Cautious plug for BlackBerry 10 boosts RIM shares
The stock jumps 6 percent after a Goldman Sachs analyst raises her rating to a "Buy" and expresses some hope for BlackBerry 10.
RIM's stock climbed today in reaction to some rare positive news.
Goldman Sachs analyst Simona Jankowski increased her rating on RIM stock to "Buy" from "Neutral" today after saying that there's a "30 percent chance" the company's BlackBerry 10 smartphones will be successful, the Associated Press reported.
A one-in-three chance isn't all that much to cheer about, but Jankowski's opinion and "Buy" rating were enough to send the stock up more than 6 percent since the start of today's trading.
Goldman Sachs upped its 12-month price target for RIM shares to $16 from $9, which certainly also helped the stock stage its rebound.
In raising her outlook, Jankowski cited early positive reviews for RIM's BlackBerry 10 OS and support among carriers looking for a third major operating system beyond just iOS and Android.
RIM is prepping to, with smartphones running the new OS slated to pop up in February.
Jankowski thinks RIM will finally turn a profit in its fiscal year ending February 2014, the AP noted, while other analysts are still eyeing a loss. But she expects the company to return to the red the following year.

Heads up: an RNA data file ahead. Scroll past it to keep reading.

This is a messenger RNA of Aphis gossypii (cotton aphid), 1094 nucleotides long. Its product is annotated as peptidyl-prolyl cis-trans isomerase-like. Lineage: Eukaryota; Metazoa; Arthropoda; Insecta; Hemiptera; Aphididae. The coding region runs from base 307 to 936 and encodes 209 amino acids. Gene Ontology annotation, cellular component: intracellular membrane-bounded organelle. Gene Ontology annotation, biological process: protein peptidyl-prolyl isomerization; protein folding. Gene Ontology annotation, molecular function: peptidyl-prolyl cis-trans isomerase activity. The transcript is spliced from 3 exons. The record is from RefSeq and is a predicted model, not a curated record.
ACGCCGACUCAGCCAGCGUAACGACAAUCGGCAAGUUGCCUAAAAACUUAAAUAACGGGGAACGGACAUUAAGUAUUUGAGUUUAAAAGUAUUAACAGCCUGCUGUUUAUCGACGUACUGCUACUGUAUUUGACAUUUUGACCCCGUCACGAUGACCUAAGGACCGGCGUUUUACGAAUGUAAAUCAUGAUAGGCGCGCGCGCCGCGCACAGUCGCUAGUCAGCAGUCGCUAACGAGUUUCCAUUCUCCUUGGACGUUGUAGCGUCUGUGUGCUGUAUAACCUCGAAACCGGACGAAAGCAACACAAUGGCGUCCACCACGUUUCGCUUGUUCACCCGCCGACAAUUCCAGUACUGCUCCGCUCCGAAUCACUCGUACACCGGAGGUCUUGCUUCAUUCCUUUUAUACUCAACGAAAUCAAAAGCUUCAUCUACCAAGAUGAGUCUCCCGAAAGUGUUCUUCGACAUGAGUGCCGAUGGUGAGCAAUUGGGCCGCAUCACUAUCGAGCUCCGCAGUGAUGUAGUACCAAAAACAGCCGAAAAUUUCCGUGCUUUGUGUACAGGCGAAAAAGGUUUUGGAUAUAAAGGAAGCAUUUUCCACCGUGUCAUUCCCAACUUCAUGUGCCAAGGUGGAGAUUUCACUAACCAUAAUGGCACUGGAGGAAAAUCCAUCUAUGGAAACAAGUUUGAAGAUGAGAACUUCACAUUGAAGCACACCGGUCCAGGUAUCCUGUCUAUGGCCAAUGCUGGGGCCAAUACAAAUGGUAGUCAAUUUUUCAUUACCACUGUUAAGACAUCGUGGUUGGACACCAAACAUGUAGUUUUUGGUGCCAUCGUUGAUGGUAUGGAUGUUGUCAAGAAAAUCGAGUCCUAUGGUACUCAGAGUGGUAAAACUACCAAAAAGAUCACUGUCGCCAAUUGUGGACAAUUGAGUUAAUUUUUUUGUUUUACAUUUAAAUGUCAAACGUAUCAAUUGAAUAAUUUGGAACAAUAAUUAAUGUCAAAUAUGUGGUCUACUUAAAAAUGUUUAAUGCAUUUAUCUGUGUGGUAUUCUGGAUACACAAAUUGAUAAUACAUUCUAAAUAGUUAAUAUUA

A couple more analysts have recently chimed in with fingers crossed for RIM.
Last week, National Bank Financial's Kris Thompsonfor RIM's next fiscal year to 35.5 million from 31.6 million. He also bumped up the stock's target price to $15 from $12.
Likewise, Jefferies analyst Peter Misek increased his target price for RIM shares to $10 from $5, saying that the BlackBerry 10 OS has a 20 to 30 percent chance of being a success, the AP added.
Like other mobile players, RIM has been struggling against heavy competition from the iPhone and Android phones. The company is counting on its new phones powered by BlackBerry 10 to help it revive some of its past glory and market share.
But with even optimistic analysts projecting a success rate of only 20 or 30 percent for the new OS, RIM will be hard pressed to make a dent in a market so overwhelmingly dominated by the likes of Apple and Samsung.